George Bush went AWOL, so ABC News attacks Michael Moore. What?
By Frederick Sweet
ABC-TV's Peter Jennings didn't know that Bush had been AWOL from the Texas Air National Guard, in his shameless display of ignorance before millions of American viewers during the Democratic debate.
I witnessed ABC-TV's moderator Peter Jennings bullying a debater, the retired Gen. Wesley Clark on prime time TV about one of his supporters, Academy Award filmmaker Michael Moore. Jennings characterized Moore as a “controversial filmmaker” and then called him "reckless" for shouting "deserter Bush" during a rally for Clark in New Hampshire.
Jennings Doesn’t Know?
During the Democratic debate last Thursday debate moderator Jennings demanded that Clark tell him how he can accept the endorsement of the "controversial filmmaker." Keeping his cool, Clark simply said, "Mr. Moore is entitled to his opinion. I may not have expressed it the same way. But I certainly accept his endorsement for me as the Democratic presidential candidate."
The next day, Michael Moore posted his response at MichaelMoore.Com: “I would like to apologize for referring to George W. Bush as a ‘deserter.’ What I meant to say is that George W. Bush is a deserter, an election thief, a drunk driver, a WMD liar and a functional illiterate. And he poops his pants. In fact, he shot a man in Tucson ‘just to watch him die.’”
Moore continued: “Why wasn't it obvious to them, I was pointing out how Bush had deserted our constitution and Bill of Rights as he tries to limit freedom of speech and privacy rights for law-abiding citizens?”
MoveOn.org promptly wrote: “… Jennings' own charge [of ‘recklessness’] is contrary to the reports of major newspapers. Whether or not the legal designation of ‘deserter’ applies to Bush, he failed to appear for duty for months -- possibly a year -- while a member of the [Texas] Air National Guard during the Vietnam War, according to the Boston Globe, New York Times, and the Washington Post, [and The New Republic]. To what was Jennings referring when he claimed, ‘there are no facts to support the charge that Bush was absent from his military service’?”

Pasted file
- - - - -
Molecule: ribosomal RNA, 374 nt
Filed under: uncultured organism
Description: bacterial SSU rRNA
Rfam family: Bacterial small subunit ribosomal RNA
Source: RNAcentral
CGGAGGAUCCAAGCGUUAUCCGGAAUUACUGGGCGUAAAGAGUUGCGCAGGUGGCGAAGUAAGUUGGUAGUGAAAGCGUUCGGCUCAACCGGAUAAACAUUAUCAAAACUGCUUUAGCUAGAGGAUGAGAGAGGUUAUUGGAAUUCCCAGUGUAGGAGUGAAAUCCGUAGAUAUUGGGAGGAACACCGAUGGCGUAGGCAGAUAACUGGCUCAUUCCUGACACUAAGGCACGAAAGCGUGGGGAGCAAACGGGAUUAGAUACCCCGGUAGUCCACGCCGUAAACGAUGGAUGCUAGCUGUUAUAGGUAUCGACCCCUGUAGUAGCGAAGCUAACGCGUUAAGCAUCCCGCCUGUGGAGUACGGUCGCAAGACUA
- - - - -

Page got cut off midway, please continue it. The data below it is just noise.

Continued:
How can Jennings allow himself to be so ignorant about something so well established? How can a TV journalist with his immense research resources not know what the rest of us have known? George W. Bush was AWOL for over seven months while on duty at the National Guard between 1972 and 1973.
Last year, President Bush got himself dropped onto an aircraft carrier dressed in full Air Force pilot's flight gear. Then he sneaked into Iraq to serve a plastic turkey to GIs in Baghdad on Thanksgiving Day. But he will never discuss his military record. There are good reasons for this and Peter Jennings, calling himself a journalist, should have known what they are long before lashing into Clark for Moore's comments.
During his presidential campaign in 2000, George W. Bush promised to restore honor and integrity to the White House, to strengthen the military, and to speak the plain truth on the campaign trail. Obviously, if Bush had received a dishonorable discharge from the military, then he would never have been made the Republican candidate for President.